Every time I fin a vacant place I make a hundred mal-
contents and one mgrate.
Attributed to Louis xtv of France
Thursday, January 29, 1998
Coliseum infected with Macho
The Tolal Package" Lex Luger puts the rack on Scott Hall during
Monday's feature malchup
Bv Nol Beckley
Monday night. Fort Wayne host-
ed the number one wrestling pro-
gram on television. They may nol be
a big deal to some, but World
Championship Wresiiing"s (WCW)
Monday NITRO is also one of the
highest rated shows on cable.
Monday night's show sold more
than S 100.000 in ticket sales the first
day tickets went on sale. Wrestling
has not been this popular since the
hey-day of the Rock-n-
Wrcstling connection in the 80s.
But this resurgence of
wrestling is different from 80s
according to Bobby 'The Brain"
Heenan, former wrestler and
Heenan said wrestling's
popularity during the 80s was
only based on one company that
basically dominated the
wrestling scene, especially north
of the Mason/Dixon line Now
there is competition for
"[WWF owner) Vincc
[McMahon] had no competi-
tion," Heenan said.
NITRO faces the World
Wrestling Federation's RAW
every Monday night and for the
last two years. NITRO has won
Heenan, who has been
around wrestling since 1965,
has watched wrestling and
wrestlers evolve since the 60s to
today's faster and better condi-
Along came cable and the
landscape of wrestling changed.
Heenan said wrestling was shot
for TV on Saturday morning and
you spent the rest of the week dri-
ving around to different venues
"In the early days you ale late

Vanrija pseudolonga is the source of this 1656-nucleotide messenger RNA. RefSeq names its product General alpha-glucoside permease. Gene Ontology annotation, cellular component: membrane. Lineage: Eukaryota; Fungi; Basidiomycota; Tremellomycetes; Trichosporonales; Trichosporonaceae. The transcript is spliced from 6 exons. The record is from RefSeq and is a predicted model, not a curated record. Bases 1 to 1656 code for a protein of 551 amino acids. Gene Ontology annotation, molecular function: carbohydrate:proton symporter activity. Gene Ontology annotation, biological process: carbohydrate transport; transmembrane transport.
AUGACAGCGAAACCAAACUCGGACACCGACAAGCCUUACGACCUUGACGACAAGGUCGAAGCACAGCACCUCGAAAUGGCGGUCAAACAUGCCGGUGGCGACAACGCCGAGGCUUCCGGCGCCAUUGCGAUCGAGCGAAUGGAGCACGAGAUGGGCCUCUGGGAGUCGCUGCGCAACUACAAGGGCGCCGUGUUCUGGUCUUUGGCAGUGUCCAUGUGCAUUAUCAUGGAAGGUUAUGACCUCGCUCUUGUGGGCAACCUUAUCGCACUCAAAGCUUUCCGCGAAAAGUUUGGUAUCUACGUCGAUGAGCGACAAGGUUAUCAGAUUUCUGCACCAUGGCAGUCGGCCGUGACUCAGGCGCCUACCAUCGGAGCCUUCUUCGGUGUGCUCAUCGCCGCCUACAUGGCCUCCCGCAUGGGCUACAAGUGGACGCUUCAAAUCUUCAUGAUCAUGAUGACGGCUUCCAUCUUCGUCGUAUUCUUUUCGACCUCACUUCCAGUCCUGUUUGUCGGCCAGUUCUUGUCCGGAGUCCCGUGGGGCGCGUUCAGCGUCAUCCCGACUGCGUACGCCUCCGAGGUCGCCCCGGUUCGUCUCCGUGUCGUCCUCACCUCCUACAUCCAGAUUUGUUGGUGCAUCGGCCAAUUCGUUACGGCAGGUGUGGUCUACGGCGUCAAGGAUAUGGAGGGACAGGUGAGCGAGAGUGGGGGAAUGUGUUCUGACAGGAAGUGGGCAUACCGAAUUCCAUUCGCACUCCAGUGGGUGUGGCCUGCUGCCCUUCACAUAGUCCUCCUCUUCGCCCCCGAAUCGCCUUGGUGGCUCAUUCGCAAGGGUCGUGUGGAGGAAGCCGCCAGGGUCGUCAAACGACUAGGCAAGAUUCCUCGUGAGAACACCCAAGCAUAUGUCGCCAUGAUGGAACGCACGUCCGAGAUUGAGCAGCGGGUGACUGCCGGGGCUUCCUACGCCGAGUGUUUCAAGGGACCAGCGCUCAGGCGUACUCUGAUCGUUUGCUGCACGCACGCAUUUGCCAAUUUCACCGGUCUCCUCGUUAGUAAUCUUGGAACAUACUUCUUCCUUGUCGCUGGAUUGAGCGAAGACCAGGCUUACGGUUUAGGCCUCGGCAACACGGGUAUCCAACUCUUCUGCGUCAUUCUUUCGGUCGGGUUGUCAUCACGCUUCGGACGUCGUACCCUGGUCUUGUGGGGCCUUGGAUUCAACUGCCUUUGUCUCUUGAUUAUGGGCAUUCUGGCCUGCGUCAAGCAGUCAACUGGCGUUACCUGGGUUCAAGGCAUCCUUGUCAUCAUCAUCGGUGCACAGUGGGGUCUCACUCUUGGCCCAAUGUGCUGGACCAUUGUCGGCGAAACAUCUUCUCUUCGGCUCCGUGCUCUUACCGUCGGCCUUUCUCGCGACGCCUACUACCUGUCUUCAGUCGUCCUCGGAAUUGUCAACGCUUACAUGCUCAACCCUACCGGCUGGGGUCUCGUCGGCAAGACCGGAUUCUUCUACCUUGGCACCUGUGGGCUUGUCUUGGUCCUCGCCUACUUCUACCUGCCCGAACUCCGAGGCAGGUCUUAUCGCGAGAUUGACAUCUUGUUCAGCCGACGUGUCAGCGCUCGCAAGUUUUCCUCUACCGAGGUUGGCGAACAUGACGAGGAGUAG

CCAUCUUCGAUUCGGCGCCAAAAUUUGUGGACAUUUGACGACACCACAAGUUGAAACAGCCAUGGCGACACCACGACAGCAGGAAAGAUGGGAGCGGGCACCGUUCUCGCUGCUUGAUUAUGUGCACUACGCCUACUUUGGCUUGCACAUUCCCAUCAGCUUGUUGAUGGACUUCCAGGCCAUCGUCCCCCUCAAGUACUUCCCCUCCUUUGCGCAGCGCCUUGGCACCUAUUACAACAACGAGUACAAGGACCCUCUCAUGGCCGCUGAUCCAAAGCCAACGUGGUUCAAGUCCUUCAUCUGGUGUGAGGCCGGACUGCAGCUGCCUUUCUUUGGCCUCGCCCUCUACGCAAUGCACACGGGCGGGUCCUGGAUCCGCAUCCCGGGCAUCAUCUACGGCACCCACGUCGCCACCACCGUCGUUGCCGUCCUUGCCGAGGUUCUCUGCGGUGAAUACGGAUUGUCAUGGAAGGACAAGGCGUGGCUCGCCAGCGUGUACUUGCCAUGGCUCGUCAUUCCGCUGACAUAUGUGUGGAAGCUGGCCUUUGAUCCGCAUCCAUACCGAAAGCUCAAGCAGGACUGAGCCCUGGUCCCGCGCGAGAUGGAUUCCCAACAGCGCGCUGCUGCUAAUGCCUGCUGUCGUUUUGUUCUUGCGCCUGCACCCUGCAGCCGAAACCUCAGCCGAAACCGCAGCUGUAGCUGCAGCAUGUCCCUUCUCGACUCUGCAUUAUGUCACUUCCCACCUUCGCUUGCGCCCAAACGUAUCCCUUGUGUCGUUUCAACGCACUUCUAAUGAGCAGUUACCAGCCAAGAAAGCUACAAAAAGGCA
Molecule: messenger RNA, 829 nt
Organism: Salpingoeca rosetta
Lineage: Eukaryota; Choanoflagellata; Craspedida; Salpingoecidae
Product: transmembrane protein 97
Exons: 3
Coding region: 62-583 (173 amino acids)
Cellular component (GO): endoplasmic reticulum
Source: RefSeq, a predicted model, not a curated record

and you ate shit," Heenan said
Even though Heenan sounds as
if he misses those early barnstorm-
ing days of wrestling, he said being
in wrestling today is great.
'This is the most fun I've ever
had in wrestling," Heenan said
Much of wrestling revival
comes from the president of WCW,
"Bischoff he's a genius . . He's
like the Donald Trump of
wrestling," Heenan said.
The style of wresUing shown on
TV has changed, Heenan said. Ted
Turner, who also owns WCW (along
with the rest of the world) wants to
see "more family oriented entertain-
Heenan look some shots at
WCW's main competitor, the WWF
and its attempt bring a "reality cle-
ment" into wresding.
"There is no reason to be lewd. . .
Desperate people will do desperate
things," Heenan said.
Heenan left the nng in 1991
after an incident when he tried to
interview Hulk Hogan. According to
Heenan, Hogan grabbed him by the
neck and aggravated a neck injury
that happened in 1983 In 1983.
Heenan thought he pinched a nerve
in his neck, when in reality his neck
Heenan had some disks from his
spine removed to remedy the prob-
Randy "Macho Man" Savage feels